“We hope that all Israeli government officials will continue to share the values of an open, democratic society, including tolerance and respect for all in civil society, particularly for minority groups. We have certain interests and values of ours,” Ned Price, a US State Department spokesperson, said the day after Israel’s November 1 election. It was meant as a subtle hint to Netanyahu.
The Religious Zionist party has also promised its supporters that it will drastically reform the judicial system, restricting its authority.
“If Israel is heading in a direction which erodes its democracy, the ideological connection between Israel and the US will also erode and could create a distance between the two,” Rosenthal said. “Netanyahu is well aware of this and understood how this looks on the outside.”
Since the election, Netanyahu has adopted a more moderate tone. Last week, as parliament members were sworn in, he vowed to work for all sides of Israel’s public, even those who did not vote for right-wing parties.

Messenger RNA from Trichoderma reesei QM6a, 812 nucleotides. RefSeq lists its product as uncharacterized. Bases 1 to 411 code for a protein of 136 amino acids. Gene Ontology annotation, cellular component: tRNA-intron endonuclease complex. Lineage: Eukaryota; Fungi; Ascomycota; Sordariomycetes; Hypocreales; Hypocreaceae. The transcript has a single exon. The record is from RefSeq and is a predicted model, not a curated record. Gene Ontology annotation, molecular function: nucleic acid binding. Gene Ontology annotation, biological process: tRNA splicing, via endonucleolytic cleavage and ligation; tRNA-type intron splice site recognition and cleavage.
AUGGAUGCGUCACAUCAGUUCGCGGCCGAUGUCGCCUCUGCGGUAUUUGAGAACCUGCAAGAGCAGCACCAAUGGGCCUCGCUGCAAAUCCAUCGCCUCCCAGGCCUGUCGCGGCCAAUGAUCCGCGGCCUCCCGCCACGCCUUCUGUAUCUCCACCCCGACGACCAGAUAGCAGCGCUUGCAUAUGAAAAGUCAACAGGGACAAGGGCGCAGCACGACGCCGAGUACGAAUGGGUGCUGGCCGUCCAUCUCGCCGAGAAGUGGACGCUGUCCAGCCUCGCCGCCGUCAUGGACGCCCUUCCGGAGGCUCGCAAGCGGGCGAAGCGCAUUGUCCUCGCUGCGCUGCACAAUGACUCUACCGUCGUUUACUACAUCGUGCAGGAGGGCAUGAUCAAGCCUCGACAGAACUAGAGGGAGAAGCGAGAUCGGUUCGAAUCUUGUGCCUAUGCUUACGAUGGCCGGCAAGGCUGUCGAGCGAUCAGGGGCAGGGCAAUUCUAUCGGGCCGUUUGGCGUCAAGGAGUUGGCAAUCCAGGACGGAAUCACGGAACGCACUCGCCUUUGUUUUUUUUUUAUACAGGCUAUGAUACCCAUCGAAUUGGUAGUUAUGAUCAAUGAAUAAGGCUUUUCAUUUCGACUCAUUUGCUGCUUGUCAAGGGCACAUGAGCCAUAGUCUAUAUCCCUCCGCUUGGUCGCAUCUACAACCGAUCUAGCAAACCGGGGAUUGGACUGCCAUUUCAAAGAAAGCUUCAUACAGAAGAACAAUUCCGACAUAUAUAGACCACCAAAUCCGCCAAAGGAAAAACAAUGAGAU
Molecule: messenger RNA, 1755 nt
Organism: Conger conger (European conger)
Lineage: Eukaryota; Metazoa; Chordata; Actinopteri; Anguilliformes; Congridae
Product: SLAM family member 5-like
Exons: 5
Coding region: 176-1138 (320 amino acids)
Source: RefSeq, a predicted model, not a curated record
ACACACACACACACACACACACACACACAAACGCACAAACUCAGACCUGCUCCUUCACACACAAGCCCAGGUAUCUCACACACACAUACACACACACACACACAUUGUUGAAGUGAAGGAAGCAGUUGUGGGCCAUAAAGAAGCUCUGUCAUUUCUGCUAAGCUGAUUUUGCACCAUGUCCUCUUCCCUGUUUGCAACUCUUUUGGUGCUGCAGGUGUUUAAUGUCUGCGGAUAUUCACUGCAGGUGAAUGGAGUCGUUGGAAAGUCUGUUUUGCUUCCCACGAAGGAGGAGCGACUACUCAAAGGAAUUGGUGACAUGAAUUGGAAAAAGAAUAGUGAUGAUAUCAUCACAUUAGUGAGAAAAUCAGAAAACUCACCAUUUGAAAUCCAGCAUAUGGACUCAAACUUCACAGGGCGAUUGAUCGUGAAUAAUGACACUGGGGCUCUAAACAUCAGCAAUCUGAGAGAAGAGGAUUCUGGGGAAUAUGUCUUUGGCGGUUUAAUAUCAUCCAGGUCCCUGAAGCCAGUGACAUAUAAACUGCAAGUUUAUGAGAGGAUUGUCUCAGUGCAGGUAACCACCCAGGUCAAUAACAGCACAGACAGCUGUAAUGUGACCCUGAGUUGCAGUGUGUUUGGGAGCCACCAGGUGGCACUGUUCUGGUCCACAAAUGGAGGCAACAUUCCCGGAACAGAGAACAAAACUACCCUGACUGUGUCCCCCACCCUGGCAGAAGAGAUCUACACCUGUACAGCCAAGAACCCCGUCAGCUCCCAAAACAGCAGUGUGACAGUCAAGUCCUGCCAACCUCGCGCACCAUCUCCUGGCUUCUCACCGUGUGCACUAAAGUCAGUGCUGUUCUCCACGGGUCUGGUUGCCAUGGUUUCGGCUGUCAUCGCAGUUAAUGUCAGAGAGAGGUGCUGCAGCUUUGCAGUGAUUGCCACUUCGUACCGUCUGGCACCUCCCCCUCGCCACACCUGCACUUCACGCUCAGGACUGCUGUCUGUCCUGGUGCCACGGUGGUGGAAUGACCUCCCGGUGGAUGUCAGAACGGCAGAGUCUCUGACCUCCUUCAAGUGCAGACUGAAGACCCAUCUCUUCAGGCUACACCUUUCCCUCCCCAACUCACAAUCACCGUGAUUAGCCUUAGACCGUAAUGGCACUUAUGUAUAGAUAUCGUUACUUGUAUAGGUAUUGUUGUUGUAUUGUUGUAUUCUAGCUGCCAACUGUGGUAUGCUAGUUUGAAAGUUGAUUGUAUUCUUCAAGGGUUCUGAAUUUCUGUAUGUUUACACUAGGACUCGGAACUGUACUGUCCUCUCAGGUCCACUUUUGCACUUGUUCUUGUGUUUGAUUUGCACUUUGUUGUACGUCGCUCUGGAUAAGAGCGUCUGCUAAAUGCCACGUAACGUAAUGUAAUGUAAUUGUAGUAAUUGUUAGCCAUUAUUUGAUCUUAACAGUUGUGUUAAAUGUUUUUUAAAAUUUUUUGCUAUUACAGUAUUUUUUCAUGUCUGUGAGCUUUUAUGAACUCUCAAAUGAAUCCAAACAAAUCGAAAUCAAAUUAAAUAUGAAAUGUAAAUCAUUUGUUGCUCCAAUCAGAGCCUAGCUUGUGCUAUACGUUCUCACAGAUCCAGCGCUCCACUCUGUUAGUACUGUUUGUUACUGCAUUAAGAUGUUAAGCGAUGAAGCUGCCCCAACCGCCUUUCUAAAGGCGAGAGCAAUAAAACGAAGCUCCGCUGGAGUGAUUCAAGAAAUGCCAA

“We have serious disagreements, but they too have to be handled with responsibility and consideration,” he said days after the election.
One of the portfolios still being negotiated is the foreign ministry. Netanyahu is reported to prefer Ron Dermer, Israel’s former ambassador to the US and a confidant of the incumbent premier. Dermer was envoy to Washington at times of heightened tension between Netanyahu and the Obama administration. He is believed to be behind Netanyahu’s address to Congress in 2015 in which he tried to sway public opinion against the Iran nuclear deal which Obama was working on. It was a major breach of protocol on the part of the Israeli leader, which led to a further souring of relations between Jerusalem and Washington.
Israeli media reports on Monday suggested Dermer is off the list of candidates for the portfolio, however.
“It is not over until the coalition agreements are final and even after that, we may see surprises,” said Rosenthal. “This is especially true for Netanyahu.”